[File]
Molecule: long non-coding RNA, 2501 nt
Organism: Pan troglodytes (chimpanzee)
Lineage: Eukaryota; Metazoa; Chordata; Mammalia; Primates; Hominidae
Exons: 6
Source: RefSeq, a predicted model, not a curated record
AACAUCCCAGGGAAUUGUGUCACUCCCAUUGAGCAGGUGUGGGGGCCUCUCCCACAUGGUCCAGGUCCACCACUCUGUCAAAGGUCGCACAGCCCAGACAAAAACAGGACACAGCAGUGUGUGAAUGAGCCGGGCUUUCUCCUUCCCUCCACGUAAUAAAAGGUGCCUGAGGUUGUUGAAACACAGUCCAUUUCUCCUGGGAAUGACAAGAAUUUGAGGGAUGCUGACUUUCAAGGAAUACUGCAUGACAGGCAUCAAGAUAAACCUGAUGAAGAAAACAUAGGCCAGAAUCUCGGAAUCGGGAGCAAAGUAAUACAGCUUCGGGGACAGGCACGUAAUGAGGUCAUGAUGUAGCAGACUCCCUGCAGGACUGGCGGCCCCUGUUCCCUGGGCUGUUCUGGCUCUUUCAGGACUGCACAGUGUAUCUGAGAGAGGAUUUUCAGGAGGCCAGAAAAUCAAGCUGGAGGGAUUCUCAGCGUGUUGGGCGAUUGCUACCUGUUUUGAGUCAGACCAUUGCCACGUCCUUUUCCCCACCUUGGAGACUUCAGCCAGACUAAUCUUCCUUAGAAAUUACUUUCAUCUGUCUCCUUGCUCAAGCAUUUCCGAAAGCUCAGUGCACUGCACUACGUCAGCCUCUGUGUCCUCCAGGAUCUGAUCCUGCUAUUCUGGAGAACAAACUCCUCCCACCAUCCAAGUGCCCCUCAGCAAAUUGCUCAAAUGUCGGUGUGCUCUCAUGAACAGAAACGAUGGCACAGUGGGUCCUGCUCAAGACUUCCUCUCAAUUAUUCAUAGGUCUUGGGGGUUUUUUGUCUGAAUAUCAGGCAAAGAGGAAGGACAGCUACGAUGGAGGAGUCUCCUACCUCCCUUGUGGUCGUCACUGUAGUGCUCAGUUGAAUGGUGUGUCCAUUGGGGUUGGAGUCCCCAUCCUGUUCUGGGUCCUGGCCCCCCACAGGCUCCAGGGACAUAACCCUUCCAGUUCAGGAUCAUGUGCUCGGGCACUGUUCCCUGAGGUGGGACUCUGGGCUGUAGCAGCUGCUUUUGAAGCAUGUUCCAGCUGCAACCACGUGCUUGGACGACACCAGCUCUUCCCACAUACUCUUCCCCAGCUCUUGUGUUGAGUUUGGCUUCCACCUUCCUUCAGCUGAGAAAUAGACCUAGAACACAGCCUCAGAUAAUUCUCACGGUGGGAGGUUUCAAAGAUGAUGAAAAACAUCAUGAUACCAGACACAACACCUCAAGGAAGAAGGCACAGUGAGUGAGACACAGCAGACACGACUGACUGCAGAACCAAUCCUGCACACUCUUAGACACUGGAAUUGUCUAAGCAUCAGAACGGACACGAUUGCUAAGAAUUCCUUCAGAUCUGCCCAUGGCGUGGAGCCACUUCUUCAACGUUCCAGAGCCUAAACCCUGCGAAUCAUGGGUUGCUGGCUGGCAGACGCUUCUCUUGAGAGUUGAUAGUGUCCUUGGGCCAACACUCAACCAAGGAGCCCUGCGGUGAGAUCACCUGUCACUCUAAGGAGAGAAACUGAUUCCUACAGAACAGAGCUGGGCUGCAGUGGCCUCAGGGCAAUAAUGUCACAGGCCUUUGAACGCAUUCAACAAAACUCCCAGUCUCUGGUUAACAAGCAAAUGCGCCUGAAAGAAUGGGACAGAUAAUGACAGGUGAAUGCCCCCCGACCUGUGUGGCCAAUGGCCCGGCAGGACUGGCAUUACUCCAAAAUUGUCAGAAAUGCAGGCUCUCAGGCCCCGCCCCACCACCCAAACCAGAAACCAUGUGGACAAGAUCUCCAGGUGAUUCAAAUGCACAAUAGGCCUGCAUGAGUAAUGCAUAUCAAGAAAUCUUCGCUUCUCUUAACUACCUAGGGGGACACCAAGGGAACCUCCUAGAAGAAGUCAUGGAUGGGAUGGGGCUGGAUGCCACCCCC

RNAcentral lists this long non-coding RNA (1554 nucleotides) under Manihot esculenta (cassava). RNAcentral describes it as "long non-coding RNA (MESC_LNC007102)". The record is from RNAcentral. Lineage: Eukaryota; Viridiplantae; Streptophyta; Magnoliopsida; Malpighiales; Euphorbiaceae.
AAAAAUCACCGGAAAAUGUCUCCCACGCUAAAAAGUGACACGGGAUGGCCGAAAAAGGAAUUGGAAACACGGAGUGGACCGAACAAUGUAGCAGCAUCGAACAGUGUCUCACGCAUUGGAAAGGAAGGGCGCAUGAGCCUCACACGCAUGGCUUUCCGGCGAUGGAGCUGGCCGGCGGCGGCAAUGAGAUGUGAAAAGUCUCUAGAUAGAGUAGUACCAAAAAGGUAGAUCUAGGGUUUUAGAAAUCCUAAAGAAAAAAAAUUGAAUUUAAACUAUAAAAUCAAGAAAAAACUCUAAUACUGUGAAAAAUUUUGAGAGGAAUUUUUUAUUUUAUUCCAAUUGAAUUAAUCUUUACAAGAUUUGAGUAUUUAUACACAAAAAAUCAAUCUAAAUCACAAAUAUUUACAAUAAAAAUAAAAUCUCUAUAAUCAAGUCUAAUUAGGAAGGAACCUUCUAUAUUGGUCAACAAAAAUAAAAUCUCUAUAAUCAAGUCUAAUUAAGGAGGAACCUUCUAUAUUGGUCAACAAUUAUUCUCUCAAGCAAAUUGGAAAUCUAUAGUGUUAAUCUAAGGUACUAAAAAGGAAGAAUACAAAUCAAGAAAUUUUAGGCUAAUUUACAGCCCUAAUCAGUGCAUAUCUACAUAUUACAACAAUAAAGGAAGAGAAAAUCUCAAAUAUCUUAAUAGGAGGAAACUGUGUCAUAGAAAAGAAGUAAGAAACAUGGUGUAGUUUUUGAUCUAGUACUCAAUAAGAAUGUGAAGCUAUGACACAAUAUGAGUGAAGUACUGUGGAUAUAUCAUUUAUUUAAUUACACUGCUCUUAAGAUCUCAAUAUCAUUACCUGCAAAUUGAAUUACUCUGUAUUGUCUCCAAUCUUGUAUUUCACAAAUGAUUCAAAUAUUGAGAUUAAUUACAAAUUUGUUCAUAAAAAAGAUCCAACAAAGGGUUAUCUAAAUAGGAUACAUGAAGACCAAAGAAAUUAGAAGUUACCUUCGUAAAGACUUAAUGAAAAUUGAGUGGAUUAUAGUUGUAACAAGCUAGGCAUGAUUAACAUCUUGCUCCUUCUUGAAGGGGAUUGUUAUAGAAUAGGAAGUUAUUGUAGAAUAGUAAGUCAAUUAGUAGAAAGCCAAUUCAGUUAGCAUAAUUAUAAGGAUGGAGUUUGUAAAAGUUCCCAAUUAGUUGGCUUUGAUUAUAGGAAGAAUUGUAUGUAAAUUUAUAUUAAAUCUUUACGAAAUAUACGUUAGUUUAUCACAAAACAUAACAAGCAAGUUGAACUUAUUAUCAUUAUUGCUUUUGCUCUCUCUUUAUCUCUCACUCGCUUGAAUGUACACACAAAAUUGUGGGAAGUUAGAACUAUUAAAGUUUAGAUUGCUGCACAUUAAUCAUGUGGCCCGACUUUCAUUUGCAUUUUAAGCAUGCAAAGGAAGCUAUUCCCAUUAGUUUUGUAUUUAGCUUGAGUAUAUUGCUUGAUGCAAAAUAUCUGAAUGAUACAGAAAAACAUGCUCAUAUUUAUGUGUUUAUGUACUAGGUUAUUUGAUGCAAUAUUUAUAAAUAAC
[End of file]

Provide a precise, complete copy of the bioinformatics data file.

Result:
Molecule: long non-coding RNA, 2501 nt
Organism: Pan troglodytes (chimpanzee)
Lineage: Eukaryota; Metazoa; Chordata; Mammalia; Primates; Hominidae
Exons: 6
Source: RefSeq, a predicted model, not a curated record
AACAUCCCAGGGAAUUGUGUCACUCCCAUUGAGCAGGUGUGGGGGCCUCUCCCACAUGGUCCAGGUCCACCACUCUGUCAAAGGUCGCACAGCCCAGACAAAAACAGGACACAGCAGUGUGUGAAUGAGCCGGGCUUUCUCCUUCCCUCCACGUAAUAAAAGGUGCCUGAGGUUGUUGAAACACAGUCCAUUUCUCCUGGGAAUGACAAGAAUUUGAGGGAUGCUGACUUUCAAGGAAUACUGCAUGACAGGCAUCAAGAUAAACCUGAUGAAGAAAACAUAGGCCAGAAUCUCGGAAUCGGGAGCAAAGUAAUACAGCUUCGGGGACAGGCACGUAAUGAGGUCAUGAUGUAGCAGACUCCCUGCAGGACUGGCGGCCCCUGUUCCCUGGGCUGUUCUGGCUCUUUCAGGACUGCACAGUGUAUCUGAGAGAGGAUUUUCAGGAGGCCAGAAAAUCAAGCUGGAGGGAUUCUCAGCGUGUUGGGCGAUUGCUACCUGUUUUGAGUCAGACCAUUGCCACGUCCUUUUCCCCACCUUGGAGACUUCAGCCAGACUAAUCUUCCUUAGAAAUUACUUUCAUCUGUCUCCUUGCUCAAGCAUUUCCGAAAGCUCAGUGCACUGCACUACGUCAGCCUCUGUGUCCUCCAGGAUCUGAUCCUGCUAUUCUGGAGAACAAACUCCUCCCACCAUCCAAGUGCCCCUCAGCAAAUUGCUCAAAUGUCGGUGUGCUCUCAUGAACAGAAACGAUGGCACAGUGGGUCCUGCUCAAGACUUCCUCUCAAUUAUUCAUAGGUCUUGGGGGUUUUUUGUCUGAAUAUCAGGCAAAGAGGAAGGACAGCUACGAUGGAGGAGUCUCCUACCUCCCUUGUGGUCGUCACUGUAGUGCUCAGUUGAAUGGUGUGUCCAUUGGGGUUGGAGUCCCCAUCCUGUUCUGGGUCCUGGCCCCCCACAGGCUCCAGGGACAUAACCCUUCCAGUUCAGGAUCAUGUGCUCGGGCACUGUUCCCUGAGGUGGGACUCUGGGCUGUAGCAGCUGCUUUUGAAGCAUGUUCCAGCUGCAACCACGUGCUUGGACGACACCAGCUCUUCCCACAUACUCUUCCCCAGCUCUUGUGUUGAGUUUGGCUUCCACCUUCCUUCAGCUGAGAAAUAGACCUAGAACACAGCCUCAGAUAAUUCUCACGGUGGGAGGUUUCAAAGAUGAUGAAAAACAUCAUGAUACCAGACACAACACCUCAAGGAAGAAGGCACAGUGAGUGAGACACAGCAGACACGACUGACUGCAGAACCAAUCCUGCACACUCUUAGACACUGGAAUUGUCUAAGCAUCAGAACGGACACGAUUGCUAAGAAUUCCUUCAGAUCUGCCCAUGGCGUGGAGCCACUUCUUCAACGUUCCAGAGCCUAAACCCUGCGAAUCAUGGGUUGCUGGCUGGCAGACGCUUCUCUUGAGAGUUGAUAGUGUCCUUGGGCCAACACUCAACCAAGGAGCCCUGCGGUGAGAUCACCUGUCACUCUAAGGAGAGAAACUGAUUCCUACAGAACAGAGCUGGGCUGCAGUGGCCUCAGGGCAAUAAUGUCACAGGCCUUUGAACGCAUUCAACAAAACUCCCAGUCUCUGGUUAACAAGCAAAUGCGCCUGAAAGAAUGGGACAGAUAAUGACAGGUGAAUGCCCCCCGACCUGUGUGGCCAAUGGCCCGGCAGGACUGGCAUUACUCCAAAAUUGUCAGAAAUGCAGGCUCUCAGGCCCCGCCCCACCACCCAAACCAGAAACCAUGUGGACAAGAUCUCCAGGUGAUUCAAAUGCACAAUAGGCCUGCAUGAGUAAUGCAUAUCAAGAAAUCUUCGCUUCUCUUAACUACCUAGGGGGACACCAAGGGAACCUCCUAGAAGAAGUCAUGGAUGGGAUGGGGCUGGAUGCCACCCCC

RNAcentral lists this long non-coding RNA (1554 nucleotides) under Manihot esculenta (cassava). RNAcentral describes it as "long non-coding RNA (MESC_LNC007102)". The record is from RNAcentral. Lineage: Eukaryota; Viridiplantae; Streptophyta; Magnoliopsida; Malpighiales; Euphorbiaceae.
AAAAAUCACCGGAAAAUGUCUCCCACGCUAAAAAGUGACACGGGAUGGCCGAAAAAGGAAUUGGAAACACGGAGUGGACCGAACAAUGUAGCAGCAUCGAACAGUGUCUCACGCAUUGGAAAGGAAGGGCGCAUGAGCCUCACACGCAUGGCUUUCCGGCGAUGGAGCUGGCCGGCGGCGGCAAUGAGAUGUGAAAAGUCUCUAGAUAGAGUAGUACCAAAAAGGUAGAUCUAGGGUUUUAGAAAUCCUAAAGAAAAAAAAUUGAAUUUAAACUAUAAAAUCAAGAAAAAACUCUAAUACUGUGAAAAAUUUUGAGAGGAAUUUUUUAUUUUAUUCCAAUUGAAUUAAUCUUUACAAGAUUUGAGUAUUUAUACACAAAAAAUCAAUCUAAAUCACAAAUAUUUACAAUAAAAAUAAAAUCUCUAUAAUCAAGUCUAAUUAGGAAGGAACCUUCUAUAUUGGUCAACAAAAAUAAAAUCUCUAUAAUCAAGUCUAAUUAAGGAGGAACCUUCUAUAUUGGUCAACAAUUAUUCUCUCAAGCAAAUUGGAAAUCUAUAGUGUUAAUCUAAGGUACUAAAAAGGAAGAAUACAAAUCAAGAAAUUUUAGGCUAAUUUACAGCCCUAAUCAGUGCAUAUCUACAUAUUACAACAAUAAAGGAAGAGAAAAUCUCAAAUAUCUUAAUAGGAGGAAACUGUGUCAUAGAAAAGAAGUAAGAAACAUGGUGUAGUUUUUGAUCUAGUACUCAAUAAGAAUGUGAAGCUAUGACACAAUAUGAGUGAAGUACUGUGGAUAUAUCAUUUAUUUAAUUACACUGCUCUUAAGAUCUCAAUAUCAUUACCUGCAAAUUGAAUUACUCUGUAUUGUCUCCAAUCUUGUAUUUCACAAAUGAUUCAAAUAUUGAGAUUAAUUACAAAUUUGUUCAUAAAAAAGAUCCAACAAAGGGUUAUCUAAAUAGGAUACAUGAAGACCAAAGAAAUUAGAAGUUACCUUCGUAAAGACUUAAUGAAAAUUGAGUGGAUUAUAGUUGUAACAAGCUAGGCAUGAUUAACAUCUUGCUCCUUCUUGAAGGGGAUUGUUAUAGAAUAGGAAGUUAUUGUAGAAUAGUAAGUCAAUUAGUAGAAAGCCAAUUCAGUUAGCAUAAUUAUAAGGAUGGAGUUUGUAAAAGUUCCCAAUUAGUUGGCUUUGAUUAUAGGAAGAAUUGUAUGUAAAUUUAUAUUAAAUCUUUACGAAAUAUACGUUAGUUUAUCACAAAACAUAACAAGCAAGUUGAACUUAUUAUCAUUAUUGCUUUUGCUCUCUCUUUAUCUCUCACUCGCUUGAAUGUACACACAAAAUUGUGGGAAGUUAGAACUAUUAAAGUUUAGAUUGCUGCACAUUAAUCAUGUGGCCCGACUUUCAUUUGCAUUUUAAGCAUGCAAAGGAAGCUAUUCCCAUUAGUUUUGUAUUUAGCUUGAGUAUAUUGCUUGAUGCAAAAUAUCUGAAUGAUACAGAAAAACAUGCUCAUAUUUAUGUGUUUAUGUACUAGGUUAUUUGAUGCAAUAUUUAUAAAUAAC